Reviewed by Brandon Robshaw in Slightly Foxed Issue 56.
An Extraordinary Ordinary Bloke
What would you say if someone who knew nothing of George Orwell, beyond his name, were to ask you to recommend one of his books?
You might suggest Animal Farm. It’s his most famous work: a witty satire on the Russian Revolution but with much wider application, written in Orwell’s distinctive plain, vivid style, full of active verbs and concrete nouns. A pleasure to read though it undoubtedly is, however, it’s a slight work – modestly described by Orwell himself as a fairy story, it is barely 30,000 words long and does not exhibit the full range of his talent or ideas.
Or you might say Nineteen Eighty-four. His last novel is a brilliant dystopian vision of a totalitarian Britain, drawing on the dictatorships of mid-twentieth-century Europe as well as Orwell’s contemporary experience of post-war austerity Britain; it’s bleak, it’s grim and it’s bitterly funny. It bestowed two new phrases upon the English language – ‘Room 101’ and ‘Big Brother’ (both of which became the titles of television programmes: can any other writer rival that?). Yet one feels it is not fully developed as a novel: the characters, except for the protagonist Winston, are lightly sketched in, and it’s as much a vehicle for ideas as it is a work of art.
We can rule out his earlier novels. They are all very well worth reading; but they are all flawed in various ways. No, the book we should direct our enquirer towards is a collection of George Orwell’s essays. That is where the reader will discover the quintessential Orwell. Bernard Crick, who edited the definitive Penguin collection, makes the point neatly in his introduction: giving the essays top billing clears up the puzzlement of those ‘who believe that Orwell is a great figure but cannot honestly say that any one of his books measures up to his fame’ . . .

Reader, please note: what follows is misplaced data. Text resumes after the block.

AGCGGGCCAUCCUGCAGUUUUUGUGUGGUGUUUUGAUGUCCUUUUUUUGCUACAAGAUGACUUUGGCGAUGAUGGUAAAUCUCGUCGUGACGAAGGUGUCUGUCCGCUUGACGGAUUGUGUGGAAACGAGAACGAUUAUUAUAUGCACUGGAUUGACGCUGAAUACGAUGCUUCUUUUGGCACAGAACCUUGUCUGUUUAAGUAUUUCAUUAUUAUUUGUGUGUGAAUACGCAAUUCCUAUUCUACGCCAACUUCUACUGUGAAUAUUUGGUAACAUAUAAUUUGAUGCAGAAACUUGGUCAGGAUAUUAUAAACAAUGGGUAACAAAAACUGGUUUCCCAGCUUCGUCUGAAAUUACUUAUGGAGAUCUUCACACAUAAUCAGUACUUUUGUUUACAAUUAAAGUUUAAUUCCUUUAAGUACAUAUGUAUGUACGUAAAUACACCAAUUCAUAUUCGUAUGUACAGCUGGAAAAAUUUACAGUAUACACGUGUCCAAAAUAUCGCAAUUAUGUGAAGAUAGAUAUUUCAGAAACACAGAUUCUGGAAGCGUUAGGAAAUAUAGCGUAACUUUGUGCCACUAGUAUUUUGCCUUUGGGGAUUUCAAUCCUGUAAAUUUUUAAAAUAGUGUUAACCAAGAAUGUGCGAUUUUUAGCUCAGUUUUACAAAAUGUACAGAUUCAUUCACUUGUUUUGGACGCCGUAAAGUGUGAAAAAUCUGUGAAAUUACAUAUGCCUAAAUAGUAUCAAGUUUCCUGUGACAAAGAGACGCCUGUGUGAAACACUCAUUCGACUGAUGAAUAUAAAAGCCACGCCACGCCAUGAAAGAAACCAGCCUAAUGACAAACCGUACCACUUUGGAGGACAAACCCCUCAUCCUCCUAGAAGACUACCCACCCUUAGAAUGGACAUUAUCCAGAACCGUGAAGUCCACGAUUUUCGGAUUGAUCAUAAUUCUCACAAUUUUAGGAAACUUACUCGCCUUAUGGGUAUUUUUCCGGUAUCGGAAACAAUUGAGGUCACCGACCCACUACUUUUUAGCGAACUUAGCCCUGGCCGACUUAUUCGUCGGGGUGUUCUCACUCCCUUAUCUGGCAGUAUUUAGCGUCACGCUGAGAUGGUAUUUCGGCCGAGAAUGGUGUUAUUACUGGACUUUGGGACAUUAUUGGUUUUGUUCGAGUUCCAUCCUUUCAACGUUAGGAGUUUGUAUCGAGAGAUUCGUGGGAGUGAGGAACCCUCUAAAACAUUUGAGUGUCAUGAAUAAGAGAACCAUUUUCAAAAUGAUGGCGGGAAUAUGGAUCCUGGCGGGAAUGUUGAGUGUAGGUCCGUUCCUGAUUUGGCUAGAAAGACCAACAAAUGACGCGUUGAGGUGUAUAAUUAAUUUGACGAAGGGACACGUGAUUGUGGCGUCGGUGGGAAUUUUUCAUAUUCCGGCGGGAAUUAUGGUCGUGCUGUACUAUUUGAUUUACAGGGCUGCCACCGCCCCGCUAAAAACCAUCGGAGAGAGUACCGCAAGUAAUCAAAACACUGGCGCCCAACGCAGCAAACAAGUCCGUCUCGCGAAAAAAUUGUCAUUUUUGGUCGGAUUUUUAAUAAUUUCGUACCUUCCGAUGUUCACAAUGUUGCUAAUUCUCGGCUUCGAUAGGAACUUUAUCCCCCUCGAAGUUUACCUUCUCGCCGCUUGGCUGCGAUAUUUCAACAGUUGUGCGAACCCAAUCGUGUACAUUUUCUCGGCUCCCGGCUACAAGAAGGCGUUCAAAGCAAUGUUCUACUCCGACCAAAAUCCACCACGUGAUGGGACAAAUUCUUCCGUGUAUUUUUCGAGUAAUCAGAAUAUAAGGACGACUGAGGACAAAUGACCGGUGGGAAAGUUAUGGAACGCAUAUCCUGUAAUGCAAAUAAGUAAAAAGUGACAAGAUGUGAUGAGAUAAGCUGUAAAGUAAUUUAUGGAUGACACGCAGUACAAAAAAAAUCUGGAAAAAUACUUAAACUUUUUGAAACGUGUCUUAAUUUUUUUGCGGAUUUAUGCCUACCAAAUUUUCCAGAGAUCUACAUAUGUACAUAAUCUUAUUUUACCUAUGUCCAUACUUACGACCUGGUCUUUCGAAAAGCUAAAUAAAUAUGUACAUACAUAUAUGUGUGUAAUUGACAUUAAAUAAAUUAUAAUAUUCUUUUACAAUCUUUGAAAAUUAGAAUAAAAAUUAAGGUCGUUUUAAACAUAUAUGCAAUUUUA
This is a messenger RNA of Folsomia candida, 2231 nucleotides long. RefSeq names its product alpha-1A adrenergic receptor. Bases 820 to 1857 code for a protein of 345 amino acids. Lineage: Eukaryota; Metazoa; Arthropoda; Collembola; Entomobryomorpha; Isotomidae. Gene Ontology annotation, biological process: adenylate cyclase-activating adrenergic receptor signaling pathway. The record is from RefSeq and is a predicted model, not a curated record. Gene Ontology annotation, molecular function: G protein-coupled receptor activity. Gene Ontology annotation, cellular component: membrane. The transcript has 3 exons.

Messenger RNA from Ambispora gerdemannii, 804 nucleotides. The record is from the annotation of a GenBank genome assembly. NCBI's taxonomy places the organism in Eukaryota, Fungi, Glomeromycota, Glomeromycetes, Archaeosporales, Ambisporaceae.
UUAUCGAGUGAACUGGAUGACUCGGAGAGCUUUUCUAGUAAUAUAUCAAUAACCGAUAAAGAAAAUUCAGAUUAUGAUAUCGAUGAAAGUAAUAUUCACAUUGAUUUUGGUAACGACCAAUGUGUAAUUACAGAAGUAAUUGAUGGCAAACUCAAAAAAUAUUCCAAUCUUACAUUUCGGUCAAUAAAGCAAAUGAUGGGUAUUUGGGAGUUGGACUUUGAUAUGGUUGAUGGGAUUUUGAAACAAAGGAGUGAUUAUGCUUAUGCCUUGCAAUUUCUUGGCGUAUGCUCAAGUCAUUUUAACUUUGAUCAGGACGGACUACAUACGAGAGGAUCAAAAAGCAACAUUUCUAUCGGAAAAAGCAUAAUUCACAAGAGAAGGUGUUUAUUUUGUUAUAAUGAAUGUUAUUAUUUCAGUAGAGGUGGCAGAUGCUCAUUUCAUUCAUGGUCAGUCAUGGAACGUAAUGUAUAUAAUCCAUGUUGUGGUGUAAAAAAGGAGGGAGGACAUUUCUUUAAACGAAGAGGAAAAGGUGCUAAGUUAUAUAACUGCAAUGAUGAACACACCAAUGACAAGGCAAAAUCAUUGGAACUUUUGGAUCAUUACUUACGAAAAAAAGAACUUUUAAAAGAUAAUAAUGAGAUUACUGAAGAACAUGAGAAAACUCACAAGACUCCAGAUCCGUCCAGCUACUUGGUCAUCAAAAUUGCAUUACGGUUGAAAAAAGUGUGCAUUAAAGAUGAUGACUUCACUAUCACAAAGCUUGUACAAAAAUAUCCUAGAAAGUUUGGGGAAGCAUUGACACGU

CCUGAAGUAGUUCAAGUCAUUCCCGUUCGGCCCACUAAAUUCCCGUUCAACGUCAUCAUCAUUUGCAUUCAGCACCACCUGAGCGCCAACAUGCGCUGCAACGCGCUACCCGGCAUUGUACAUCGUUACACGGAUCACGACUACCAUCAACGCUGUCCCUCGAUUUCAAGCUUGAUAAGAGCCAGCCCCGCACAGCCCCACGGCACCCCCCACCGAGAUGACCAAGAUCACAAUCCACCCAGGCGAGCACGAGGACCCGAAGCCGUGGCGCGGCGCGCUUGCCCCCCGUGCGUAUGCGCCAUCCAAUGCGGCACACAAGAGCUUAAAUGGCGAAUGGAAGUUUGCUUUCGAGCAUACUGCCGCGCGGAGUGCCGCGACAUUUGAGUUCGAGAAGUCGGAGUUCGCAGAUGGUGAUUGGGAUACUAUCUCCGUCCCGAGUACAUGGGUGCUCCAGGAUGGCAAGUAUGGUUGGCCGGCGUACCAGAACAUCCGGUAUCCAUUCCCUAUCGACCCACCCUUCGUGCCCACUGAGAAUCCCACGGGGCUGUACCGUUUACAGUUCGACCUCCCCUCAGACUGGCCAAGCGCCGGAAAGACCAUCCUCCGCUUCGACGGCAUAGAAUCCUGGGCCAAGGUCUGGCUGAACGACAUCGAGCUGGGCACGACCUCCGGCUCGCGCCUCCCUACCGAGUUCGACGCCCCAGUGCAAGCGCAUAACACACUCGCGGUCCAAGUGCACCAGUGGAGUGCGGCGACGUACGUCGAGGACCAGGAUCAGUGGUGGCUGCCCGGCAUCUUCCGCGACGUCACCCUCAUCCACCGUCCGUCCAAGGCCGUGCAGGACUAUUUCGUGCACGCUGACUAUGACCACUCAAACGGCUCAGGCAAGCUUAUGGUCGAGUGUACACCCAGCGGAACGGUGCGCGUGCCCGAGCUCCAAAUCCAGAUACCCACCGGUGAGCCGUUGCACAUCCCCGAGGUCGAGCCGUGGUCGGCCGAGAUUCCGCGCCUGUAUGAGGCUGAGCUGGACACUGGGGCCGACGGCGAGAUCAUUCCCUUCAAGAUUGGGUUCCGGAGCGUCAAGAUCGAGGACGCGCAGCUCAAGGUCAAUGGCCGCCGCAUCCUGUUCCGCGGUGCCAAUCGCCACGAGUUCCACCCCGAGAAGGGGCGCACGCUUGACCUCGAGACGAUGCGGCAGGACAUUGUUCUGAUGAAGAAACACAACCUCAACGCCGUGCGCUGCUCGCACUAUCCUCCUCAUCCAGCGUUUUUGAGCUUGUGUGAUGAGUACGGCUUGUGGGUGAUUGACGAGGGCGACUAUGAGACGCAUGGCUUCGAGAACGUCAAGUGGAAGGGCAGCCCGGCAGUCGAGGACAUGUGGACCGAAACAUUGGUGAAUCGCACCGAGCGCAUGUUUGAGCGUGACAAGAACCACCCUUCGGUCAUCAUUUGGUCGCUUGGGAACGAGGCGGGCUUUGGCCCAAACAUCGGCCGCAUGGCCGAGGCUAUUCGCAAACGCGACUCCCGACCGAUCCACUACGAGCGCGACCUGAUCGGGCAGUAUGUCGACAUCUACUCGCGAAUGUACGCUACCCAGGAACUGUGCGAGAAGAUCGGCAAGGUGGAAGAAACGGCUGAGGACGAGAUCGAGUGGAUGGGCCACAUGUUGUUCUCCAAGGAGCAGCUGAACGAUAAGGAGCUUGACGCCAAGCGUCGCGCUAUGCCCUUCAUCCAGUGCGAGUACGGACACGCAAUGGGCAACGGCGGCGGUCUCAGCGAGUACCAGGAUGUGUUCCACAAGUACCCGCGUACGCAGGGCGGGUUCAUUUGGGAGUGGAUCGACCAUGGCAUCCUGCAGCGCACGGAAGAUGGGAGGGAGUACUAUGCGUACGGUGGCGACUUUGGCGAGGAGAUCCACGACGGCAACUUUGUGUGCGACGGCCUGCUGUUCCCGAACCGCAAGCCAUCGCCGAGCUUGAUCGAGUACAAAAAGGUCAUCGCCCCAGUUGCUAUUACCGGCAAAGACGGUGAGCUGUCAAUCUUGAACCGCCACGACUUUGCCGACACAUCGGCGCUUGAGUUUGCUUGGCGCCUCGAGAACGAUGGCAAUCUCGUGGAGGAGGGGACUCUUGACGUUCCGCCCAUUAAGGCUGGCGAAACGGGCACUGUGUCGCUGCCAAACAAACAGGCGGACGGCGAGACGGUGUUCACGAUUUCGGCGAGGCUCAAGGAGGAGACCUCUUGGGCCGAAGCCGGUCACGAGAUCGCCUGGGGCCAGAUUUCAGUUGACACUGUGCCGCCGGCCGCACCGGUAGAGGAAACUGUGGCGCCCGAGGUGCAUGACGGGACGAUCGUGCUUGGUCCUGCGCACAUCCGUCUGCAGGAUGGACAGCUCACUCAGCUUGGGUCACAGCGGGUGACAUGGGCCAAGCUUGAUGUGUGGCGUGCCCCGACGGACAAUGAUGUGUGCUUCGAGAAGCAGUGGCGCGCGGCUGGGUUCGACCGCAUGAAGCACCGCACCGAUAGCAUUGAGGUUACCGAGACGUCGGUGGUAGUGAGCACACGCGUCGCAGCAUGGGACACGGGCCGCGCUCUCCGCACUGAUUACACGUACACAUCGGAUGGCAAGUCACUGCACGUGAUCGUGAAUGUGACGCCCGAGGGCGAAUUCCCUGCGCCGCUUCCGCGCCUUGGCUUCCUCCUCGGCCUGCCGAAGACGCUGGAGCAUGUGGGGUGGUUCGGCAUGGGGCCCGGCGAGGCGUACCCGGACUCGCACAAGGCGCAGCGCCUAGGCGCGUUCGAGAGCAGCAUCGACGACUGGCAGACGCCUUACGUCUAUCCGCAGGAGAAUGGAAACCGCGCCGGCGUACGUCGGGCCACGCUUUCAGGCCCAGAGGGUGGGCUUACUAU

Extract from Slightly Foxed Issue 56, Winter 2017
An Extraordinary Ordinary Bloke
The Orwell of the essays has a pungent literary personality. He’s dauntingly knowledgeable, decided in his views and trenchant in their expression, a non-sufferer of fools, an enemy of pretension...Read more
I have a Russian wife. We work together – articles, talks, translations, books, to keep the wolf from the door. Sometimes, when a bigger than usual energy bill slides through the letterbox, or the...Read more
The Nightmare of Room 101
It was a bright cold day in April and the clocks were striking thirteen. That first arresting sentence of Orwell’s Nineteen Eighty-Four transports us immediately into a world that is real enough...Read more
The Road to Room 101
Every time I go into one of those old-fashioned second-hand bookshops – the ones with rows of leather-bound copies of Punch and shelves full of long-expired novels and the sweet smell of decaying...Read more
In November 1922, George Orwell (or Eric Blair, as he was then) arrived in Burma, to take up a post with the Indian Imperial Police. He was 19, not long out of Eton, which he had attended on a...Read more
All Washed Up
Many years ago, when I was in my early twenties, I lived in Copenhagen where I was registered with the Foreign Ministry as correspondent for The Times. But I made my living washing dishes. The paper...Read more